A thermodynamic-radiative model is presented in which each part of the atmosphere is in thermodynamic equilibrium and, moreover, exchanges heat not only by radiation, but also by other ways, such as convection, etc.
This brings us to the final model that will be presented here. It is based on combining the thermodynamic and radiative analyses given above. Considering the fact that the atmosphere is in thermodynamic equilibrium, we must assume that absorbed radiation does get assimilated by the heat bath, just like in classic Beer-Lambert theory. Radiation absorbed is distributed instantaneously all over the atmosphere and the surface. The surface emits with 4 0 σT , a part λ is passing directly to the universe unhindered, 1− λ is absorbed. The atmosphere emits too; the total emissivity equal to ε. Since, for radiation properties, it does not matter where the absorbing/emitting mass resides (z), but only how much radiation it receives and what temperature it has, we start by describing the atmosphere ρ and T not as a function of height z, but as a function of temperature T.
The total energy in the atmosphere can easily be calculated. Since in thermodynamic equilibrium all air packages have the same specific energy given by p c T gz + , independent of z, all mass must have specific energy (per kg) equal to that at z = 0, namely p 0 c T . The total thermodynamic energy of the atmosphere is then total p 0 E cTM = . The atmosphere tries to shed energy by radiation, and receives energy from the surface. The surface also tries to shed energy, either by radiation into the universe, or by transfer to the atmosphere somehow (conduction, etc.). This is a intricate interplay of energy transfer.
We go back to the Beer-Lambert analysis. Once again, this is justified by the assumption that internal absorption is simply recycled back into the system. The heat is rapidly distributed to maintain thermodynamic equilibrium. Radiation leaving the surface 4 σT0 is partly absorbed by the atmosphere and partly transmitted. The absorbed energy goes back to the heat bath p 0 cTM and is redistributed therein. It does not heat up this bath (that would be counting the solar radiation twice), but reabsorbed energy is heat that was not allowed to escape the system and is thus blocked from cooling it.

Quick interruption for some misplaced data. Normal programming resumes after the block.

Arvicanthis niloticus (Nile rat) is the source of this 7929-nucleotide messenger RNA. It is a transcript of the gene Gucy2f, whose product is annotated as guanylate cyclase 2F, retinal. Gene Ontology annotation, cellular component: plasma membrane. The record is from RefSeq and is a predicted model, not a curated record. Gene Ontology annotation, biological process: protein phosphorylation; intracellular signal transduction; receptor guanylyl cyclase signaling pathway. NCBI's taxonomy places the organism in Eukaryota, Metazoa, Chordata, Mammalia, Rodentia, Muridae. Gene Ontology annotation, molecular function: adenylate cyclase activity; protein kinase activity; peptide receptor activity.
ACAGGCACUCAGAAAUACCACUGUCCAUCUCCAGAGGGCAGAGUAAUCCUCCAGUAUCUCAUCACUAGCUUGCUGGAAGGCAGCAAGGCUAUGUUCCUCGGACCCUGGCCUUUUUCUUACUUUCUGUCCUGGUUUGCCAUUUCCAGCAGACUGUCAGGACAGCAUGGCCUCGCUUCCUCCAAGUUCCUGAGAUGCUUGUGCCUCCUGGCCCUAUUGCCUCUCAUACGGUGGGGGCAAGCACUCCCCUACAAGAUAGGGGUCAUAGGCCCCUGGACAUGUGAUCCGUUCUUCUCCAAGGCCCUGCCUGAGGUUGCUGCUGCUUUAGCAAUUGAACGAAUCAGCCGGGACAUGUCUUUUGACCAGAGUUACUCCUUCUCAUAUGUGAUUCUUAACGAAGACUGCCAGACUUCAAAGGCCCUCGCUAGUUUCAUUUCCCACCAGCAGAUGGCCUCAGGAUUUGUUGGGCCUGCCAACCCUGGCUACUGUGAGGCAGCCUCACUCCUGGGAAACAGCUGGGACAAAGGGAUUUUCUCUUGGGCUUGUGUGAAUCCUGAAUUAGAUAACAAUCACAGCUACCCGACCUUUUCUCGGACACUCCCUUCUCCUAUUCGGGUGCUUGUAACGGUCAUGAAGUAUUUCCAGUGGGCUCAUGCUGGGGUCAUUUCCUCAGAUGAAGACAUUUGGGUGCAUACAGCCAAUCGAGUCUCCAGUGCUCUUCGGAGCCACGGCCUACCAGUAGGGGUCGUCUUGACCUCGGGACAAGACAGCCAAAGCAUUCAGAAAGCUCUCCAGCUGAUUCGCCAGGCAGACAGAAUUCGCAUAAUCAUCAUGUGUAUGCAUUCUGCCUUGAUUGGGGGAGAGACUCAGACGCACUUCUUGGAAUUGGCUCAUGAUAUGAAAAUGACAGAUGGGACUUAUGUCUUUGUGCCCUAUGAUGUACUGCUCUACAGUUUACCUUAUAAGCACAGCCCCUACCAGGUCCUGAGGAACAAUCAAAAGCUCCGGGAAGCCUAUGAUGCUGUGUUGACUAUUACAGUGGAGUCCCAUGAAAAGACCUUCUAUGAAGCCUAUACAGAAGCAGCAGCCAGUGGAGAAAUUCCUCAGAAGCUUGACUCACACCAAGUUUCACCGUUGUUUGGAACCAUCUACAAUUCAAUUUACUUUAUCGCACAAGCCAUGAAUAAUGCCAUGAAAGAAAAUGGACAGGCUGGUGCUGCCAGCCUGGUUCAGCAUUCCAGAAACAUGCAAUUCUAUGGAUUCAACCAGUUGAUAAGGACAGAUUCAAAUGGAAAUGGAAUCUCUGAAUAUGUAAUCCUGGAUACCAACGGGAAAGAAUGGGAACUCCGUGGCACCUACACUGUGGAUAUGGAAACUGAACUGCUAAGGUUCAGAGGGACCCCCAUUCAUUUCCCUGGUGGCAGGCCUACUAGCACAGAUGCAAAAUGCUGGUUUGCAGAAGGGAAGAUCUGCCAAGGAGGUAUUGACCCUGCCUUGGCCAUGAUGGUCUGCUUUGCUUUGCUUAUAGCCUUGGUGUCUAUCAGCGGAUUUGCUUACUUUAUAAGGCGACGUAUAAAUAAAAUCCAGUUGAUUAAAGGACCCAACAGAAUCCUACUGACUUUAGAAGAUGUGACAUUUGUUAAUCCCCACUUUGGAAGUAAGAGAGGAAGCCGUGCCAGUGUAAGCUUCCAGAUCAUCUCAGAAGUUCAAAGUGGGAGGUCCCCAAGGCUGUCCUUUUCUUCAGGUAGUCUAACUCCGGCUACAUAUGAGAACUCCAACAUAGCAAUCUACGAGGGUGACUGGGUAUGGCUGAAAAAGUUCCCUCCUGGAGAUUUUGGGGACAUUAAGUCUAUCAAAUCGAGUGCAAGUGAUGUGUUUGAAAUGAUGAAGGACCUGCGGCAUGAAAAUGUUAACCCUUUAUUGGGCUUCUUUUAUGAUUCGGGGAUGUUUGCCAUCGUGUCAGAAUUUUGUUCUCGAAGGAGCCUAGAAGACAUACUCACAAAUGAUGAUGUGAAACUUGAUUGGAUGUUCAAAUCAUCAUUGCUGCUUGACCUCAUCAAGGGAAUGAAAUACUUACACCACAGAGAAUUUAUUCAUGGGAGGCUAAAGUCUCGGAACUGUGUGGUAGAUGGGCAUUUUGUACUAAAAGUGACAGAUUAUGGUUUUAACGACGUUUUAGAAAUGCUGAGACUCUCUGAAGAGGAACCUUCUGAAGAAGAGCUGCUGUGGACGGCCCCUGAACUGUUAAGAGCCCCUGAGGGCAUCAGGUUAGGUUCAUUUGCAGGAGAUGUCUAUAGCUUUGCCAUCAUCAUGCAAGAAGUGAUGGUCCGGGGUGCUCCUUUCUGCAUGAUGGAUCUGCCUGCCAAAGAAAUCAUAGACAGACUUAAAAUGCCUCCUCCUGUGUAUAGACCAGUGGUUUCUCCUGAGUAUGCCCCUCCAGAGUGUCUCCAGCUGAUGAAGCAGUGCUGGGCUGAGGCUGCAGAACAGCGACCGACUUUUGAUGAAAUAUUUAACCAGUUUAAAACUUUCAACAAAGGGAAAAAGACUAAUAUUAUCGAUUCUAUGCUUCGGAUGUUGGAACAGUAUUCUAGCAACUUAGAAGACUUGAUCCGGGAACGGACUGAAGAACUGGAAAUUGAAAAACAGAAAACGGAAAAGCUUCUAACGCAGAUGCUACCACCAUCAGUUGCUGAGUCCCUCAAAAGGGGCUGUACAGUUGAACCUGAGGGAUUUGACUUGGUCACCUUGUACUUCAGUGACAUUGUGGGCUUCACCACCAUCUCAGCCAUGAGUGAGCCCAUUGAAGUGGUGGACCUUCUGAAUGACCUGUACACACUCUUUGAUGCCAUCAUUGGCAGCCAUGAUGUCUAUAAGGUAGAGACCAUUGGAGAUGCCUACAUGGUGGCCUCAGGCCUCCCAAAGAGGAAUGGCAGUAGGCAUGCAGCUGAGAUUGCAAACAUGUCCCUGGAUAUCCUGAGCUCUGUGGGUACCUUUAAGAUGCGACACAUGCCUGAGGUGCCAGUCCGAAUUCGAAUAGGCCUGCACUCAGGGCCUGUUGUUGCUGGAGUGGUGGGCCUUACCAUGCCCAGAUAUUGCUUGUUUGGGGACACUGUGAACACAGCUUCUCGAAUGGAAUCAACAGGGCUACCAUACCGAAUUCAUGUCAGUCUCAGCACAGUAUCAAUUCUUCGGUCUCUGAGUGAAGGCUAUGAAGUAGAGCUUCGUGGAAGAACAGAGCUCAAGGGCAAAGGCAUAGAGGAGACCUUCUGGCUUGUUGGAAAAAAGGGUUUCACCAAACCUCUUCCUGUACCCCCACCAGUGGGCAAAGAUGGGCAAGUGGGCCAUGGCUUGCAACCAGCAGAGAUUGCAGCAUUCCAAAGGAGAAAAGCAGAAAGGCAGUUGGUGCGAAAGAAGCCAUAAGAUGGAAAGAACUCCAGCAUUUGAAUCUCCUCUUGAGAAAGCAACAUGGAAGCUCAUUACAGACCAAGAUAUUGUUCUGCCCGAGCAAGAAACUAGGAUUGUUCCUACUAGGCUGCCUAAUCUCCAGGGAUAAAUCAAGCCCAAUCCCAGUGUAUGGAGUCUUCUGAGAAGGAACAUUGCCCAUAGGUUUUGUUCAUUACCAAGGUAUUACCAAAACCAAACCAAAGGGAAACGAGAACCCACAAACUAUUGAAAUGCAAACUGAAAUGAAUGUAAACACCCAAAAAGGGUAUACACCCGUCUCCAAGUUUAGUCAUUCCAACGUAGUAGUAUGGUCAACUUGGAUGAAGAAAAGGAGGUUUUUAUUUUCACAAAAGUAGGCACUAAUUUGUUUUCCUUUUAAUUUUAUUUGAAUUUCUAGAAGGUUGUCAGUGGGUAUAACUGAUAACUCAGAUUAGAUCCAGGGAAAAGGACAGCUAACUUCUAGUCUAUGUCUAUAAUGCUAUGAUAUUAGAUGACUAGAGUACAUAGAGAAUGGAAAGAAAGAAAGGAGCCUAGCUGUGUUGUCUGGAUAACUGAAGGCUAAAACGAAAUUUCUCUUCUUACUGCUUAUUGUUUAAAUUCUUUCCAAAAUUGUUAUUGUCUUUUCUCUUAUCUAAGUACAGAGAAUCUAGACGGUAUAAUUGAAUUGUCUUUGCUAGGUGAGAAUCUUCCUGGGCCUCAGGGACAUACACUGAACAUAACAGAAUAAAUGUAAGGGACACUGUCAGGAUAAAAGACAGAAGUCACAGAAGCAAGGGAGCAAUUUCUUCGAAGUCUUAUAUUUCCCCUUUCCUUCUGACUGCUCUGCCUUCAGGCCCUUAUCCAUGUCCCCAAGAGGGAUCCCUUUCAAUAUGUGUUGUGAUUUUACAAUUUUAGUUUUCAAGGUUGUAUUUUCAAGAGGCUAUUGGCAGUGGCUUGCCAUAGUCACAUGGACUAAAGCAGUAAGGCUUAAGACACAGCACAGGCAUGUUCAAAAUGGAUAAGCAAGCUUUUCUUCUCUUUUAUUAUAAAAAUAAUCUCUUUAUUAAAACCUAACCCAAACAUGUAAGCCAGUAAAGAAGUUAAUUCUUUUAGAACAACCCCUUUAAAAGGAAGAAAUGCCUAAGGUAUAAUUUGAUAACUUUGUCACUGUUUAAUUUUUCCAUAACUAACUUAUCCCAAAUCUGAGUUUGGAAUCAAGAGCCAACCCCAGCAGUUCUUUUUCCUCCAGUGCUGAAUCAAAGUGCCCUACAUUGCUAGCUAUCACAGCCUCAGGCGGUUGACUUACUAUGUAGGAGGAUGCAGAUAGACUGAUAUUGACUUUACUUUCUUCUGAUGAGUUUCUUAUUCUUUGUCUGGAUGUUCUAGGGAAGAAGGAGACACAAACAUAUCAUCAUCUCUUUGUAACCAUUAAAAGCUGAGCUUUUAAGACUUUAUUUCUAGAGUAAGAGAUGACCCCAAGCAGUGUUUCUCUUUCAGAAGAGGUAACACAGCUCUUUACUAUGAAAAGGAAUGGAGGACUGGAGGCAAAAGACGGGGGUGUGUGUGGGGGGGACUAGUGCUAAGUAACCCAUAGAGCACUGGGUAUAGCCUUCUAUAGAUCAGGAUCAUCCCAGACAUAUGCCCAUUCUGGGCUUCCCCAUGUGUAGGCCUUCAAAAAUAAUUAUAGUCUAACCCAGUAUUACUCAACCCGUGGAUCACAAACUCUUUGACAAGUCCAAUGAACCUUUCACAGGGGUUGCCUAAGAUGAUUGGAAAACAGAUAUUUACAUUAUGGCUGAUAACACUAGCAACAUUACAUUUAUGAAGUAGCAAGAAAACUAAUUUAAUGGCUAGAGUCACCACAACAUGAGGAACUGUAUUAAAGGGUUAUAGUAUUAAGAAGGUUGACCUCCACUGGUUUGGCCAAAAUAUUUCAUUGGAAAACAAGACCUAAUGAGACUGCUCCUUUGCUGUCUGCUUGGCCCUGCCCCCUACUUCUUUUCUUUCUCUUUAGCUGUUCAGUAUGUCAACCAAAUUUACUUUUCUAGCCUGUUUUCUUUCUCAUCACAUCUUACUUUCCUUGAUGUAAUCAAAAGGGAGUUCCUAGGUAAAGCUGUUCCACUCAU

We can now make a plot of the total radiation coming out of the atmosphere as a function of the total optical depth the atmosphere (τ σ= xM m ). Combining Equations (52) and (55), Figure 9 shows the fraction which is the planetary emissivity , as a function of optical optical depth τ = x σ M m, and thermodynamic molecular heat capacity p η = mc k .
Figure 9. Left: Earth planetary emissivity of the fraction of the radiation emitted by the surface that is escaping from the top of the atmosphere. 1 is like a black body, 0 is white. The red curve is the contribution from the surface and the blue curve from the atmosphere. The sum is , shown by the green curve. Right: The effect of augmenting the specific heat p c of air is an increment of the planetary emissivity and thus cooling of the surface if η = mc k p increases, but also a heating up of the atmosphere from where now more radiation originates. (Gray lines are the situation of left figure, colored lines are for a doubling of p c ).